Are you thinking of adding an airbrush to your models and miniatures painting hobby?
Airbrushes help speed up your painting and with practice you can achieve some great results with them. With airbrush you can prime your minis indoors all year round in whatever color you want. You can use an airbrush for everything you do on your minis and models; basecoating, varnishing, priming, stencils, highlighting and many more.
Airbrushes are a bit expensive investment for your hobby. There are so many choices that may confuse you. So I have created this detailed guide along with my recommendations for absolute beginner airbrush for miniatures and model painting.
When choosing your airbrush, you’ll quickly realize that there are numerous different features to contend with and a number of different concepts and attributes. Some airbrushes are better suited to specific tasks, while others are just generally better.
This guide will help you find your way through the confusion.
There are several different types of airbrush, and picking the right one is key to getting the best experience.
Single action airbrushes only give the user control over the airflow via a trigger or button. When you press down, both air and paint come out of the needle.
With dual action airbrush, when you press down, air will come out. Then you need to pull back trigger to release paint.
What to choose – In general, a dual-action airbrush will thereby provide a much finer control and more intuitive interaction with the brush specially for your miniatures and models.
This refers to the way in which the paint is actually delivered to the gun, and here both options have pros and cons.
In a gravity feed airbrush, the paint is placed in a small container at the top of the brush. This will then allow the paint to naturally “slide” into the main chamber. Gravity fed airbrushes allow you to work with a lower air pressure, which may give you slightly more control when painting detailed parts of your mini. It also helps to avoid “overspray.”
Siphon feed airbrushes meanwhile place the container underneath the main unit, and then feed the paint upward to the mixing chamber using a small amount of pressure. These allow you to store more paint at any given time, and they are advantageous when painting larger models or basecoating as they don’t require constant refilling.
The size of the needle is an important feature when comparing airbrushes. Smaller needles allow you to create finer lines, and when draw tiny details onto an even smaller model, this can be a Godsend. At the same time though, fine needles aren’t as useful when painting large objects. What’s more, is that fine needles are prone to clogging so you need to thin your paint.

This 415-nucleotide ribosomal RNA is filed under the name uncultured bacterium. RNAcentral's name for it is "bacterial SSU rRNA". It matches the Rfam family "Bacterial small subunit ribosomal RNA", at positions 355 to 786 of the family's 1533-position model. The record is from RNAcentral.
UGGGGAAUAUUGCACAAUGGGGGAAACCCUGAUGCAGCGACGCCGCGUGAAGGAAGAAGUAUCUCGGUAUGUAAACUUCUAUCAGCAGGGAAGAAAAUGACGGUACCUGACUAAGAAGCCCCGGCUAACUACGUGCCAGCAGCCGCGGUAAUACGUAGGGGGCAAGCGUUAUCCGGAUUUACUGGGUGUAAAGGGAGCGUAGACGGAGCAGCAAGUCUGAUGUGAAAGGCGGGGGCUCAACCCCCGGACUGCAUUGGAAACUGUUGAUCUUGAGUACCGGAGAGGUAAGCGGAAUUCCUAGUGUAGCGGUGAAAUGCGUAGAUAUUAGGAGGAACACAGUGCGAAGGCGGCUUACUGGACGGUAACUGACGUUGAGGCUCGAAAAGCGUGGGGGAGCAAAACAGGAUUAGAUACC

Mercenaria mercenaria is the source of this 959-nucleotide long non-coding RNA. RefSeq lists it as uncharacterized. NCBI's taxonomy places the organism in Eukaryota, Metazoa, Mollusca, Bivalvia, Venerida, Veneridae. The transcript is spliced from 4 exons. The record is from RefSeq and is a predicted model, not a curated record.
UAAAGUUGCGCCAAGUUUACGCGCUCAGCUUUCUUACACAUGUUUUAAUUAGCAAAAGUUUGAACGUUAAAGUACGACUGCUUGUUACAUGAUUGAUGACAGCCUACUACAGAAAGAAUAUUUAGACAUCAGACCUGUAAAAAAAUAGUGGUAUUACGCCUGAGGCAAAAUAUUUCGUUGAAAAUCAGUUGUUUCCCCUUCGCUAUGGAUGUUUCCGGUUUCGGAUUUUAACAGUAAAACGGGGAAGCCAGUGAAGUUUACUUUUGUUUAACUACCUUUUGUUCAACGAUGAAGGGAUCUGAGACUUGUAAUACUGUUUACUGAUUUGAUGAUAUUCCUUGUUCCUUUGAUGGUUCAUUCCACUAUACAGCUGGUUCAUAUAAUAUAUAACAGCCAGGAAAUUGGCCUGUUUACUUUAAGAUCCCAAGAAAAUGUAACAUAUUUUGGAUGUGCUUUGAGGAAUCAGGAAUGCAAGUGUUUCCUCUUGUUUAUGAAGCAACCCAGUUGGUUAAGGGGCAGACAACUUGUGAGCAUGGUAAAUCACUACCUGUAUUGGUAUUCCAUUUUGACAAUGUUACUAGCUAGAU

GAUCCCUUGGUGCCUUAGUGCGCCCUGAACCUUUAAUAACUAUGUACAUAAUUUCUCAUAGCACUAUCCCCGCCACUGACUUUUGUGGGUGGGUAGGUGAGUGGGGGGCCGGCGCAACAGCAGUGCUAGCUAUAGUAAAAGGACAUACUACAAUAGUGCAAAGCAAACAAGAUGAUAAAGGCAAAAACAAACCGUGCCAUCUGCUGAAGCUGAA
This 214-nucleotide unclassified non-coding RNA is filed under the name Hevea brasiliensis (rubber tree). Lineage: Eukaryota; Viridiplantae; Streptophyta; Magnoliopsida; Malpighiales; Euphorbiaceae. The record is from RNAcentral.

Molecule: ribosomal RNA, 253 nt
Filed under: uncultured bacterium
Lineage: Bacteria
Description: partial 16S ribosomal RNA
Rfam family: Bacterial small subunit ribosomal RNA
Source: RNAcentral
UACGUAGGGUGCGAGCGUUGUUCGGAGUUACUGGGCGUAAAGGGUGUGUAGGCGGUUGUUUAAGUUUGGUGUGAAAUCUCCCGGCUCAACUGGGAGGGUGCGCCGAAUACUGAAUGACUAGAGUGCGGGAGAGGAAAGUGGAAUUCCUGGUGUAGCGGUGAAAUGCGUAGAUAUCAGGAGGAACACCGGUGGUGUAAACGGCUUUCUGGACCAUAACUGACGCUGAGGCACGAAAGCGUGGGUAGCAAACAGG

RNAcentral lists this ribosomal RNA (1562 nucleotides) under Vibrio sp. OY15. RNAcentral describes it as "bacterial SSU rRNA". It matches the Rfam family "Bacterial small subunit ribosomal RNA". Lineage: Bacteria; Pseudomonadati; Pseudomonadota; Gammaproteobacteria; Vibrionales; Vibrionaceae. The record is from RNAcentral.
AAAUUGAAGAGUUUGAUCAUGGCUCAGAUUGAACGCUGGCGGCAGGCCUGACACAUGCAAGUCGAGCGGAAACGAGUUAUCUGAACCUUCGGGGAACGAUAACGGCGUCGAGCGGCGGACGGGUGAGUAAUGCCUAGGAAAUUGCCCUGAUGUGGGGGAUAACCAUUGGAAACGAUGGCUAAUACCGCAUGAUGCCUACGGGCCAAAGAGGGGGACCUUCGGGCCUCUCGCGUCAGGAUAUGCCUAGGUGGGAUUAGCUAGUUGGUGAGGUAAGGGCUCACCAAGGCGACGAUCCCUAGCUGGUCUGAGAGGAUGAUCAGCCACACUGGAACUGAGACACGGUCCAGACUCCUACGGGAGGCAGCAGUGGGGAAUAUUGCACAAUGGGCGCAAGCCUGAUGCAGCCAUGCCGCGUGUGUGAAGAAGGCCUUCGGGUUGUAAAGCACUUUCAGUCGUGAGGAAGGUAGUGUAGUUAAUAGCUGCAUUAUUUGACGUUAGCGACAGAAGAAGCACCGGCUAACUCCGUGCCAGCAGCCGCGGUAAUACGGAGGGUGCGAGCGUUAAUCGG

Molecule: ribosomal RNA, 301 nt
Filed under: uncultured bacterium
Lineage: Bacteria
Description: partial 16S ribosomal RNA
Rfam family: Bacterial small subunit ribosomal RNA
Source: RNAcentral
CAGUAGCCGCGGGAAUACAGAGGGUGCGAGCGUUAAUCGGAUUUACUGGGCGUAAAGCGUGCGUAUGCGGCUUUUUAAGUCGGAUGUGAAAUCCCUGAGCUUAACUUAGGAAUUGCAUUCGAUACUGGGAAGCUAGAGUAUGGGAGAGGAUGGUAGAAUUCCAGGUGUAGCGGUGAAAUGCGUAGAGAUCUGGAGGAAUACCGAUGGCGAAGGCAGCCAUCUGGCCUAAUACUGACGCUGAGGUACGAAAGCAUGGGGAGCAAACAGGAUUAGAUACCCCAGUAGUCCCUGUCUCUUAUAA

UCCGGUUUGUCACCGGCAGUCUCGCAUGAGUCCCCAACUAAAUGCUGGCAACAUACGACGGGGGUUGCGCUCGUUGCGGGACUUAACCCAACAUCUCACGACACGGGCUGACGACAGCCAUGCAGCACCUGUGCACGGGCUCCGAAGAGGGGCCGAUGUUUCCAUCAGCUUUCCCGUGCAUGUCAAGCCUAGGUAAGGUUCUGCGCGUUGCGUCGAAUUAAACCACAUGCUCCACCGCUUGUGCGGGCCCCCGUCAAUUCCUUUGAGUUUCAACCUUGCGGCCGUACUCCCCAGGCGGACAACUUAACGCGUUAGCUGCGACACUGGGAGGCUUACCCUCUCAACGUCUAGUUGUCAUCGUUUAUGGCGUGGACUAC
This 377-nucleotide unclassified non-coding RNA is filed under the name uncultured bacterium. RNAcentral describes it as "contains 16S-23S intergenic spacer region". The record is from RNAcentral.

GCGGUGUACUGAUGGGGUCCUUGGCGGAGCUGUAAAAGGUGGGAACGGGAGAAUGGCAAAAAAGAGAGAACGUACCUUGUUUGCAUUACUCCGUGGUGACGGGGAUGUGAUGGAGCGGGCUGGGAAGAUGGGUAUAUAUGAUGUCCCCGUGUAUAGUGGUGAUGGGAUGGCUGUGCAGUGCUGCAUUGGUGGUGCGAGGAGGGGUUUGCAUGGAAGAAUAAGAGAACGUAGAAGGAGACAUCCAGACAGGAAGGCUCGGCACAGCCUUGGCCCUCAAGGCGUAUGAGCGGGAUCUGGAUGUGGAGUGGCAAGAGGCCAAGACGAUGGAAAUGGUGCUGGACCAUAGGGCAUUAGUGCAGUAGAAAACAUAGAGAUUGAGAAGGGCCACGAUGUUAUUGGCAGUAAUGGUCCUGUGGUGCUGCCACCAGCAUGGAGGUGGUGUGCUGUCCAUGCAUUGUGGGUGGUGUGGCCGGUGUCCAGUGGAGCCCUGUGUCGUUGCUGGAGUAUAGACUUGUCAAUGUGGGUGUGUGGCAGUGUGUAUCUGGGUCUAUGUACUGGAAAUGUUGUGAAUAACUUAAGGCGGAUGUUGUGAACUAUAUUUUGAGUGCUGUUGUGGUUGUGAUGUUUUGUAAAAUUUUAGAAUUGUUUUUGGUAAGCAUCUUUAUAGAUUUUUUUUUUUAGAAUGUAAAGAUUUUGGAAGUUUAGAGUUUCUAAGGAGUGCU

For miniature painting it is advisable to get needle in the range of 0.2 to 0.5mm.
If you are just starting out and you can currently only afford a single airbrush, then starting with 0.3 needle may well be the better option.
A good place to start is with the different brands. There are three particular brands that are very popular. These are Iwata, Badger, and Paasche. Other well known brands include Harder & Steenbeck, and Grex. If you choose one of these brands, then you can generally expect the product to be well made and to perform well at what it does, which is a good minimum!
Kits vs Brushes
When buying your airbrush, there is a difference between buying a brush on its own, and an airbrush kit. The latter is going to provide you with all of the different tools and accessories that you need in order to start airbrushing.
If you buy an airbrush on its own, then you will need to also invest in an airbrush compressor. This is what will power the airbrush and it is the most important piece of equipment other than the airbrush itself!
Perhaps the most important piece of equipment after airbrush is the compressor. This is what will provide the airbrush with a steady air supply and help to maintain the ideal pressure and airflow.
Fluctuations in pressure can cause imperfections in your final product. You need to consider the PSI when choosing, which will tell you the maximum amount of pressure you’re able to deliver. For miniatures and models painting get one with at least 30 psi minimum.
The ideal compressor offers lots of consistent air pressure, while also being quiet to operate.
Other useful accessories to consider include:
With all this in mind, let’s take a look at some of the very best airbrushes on the market right now.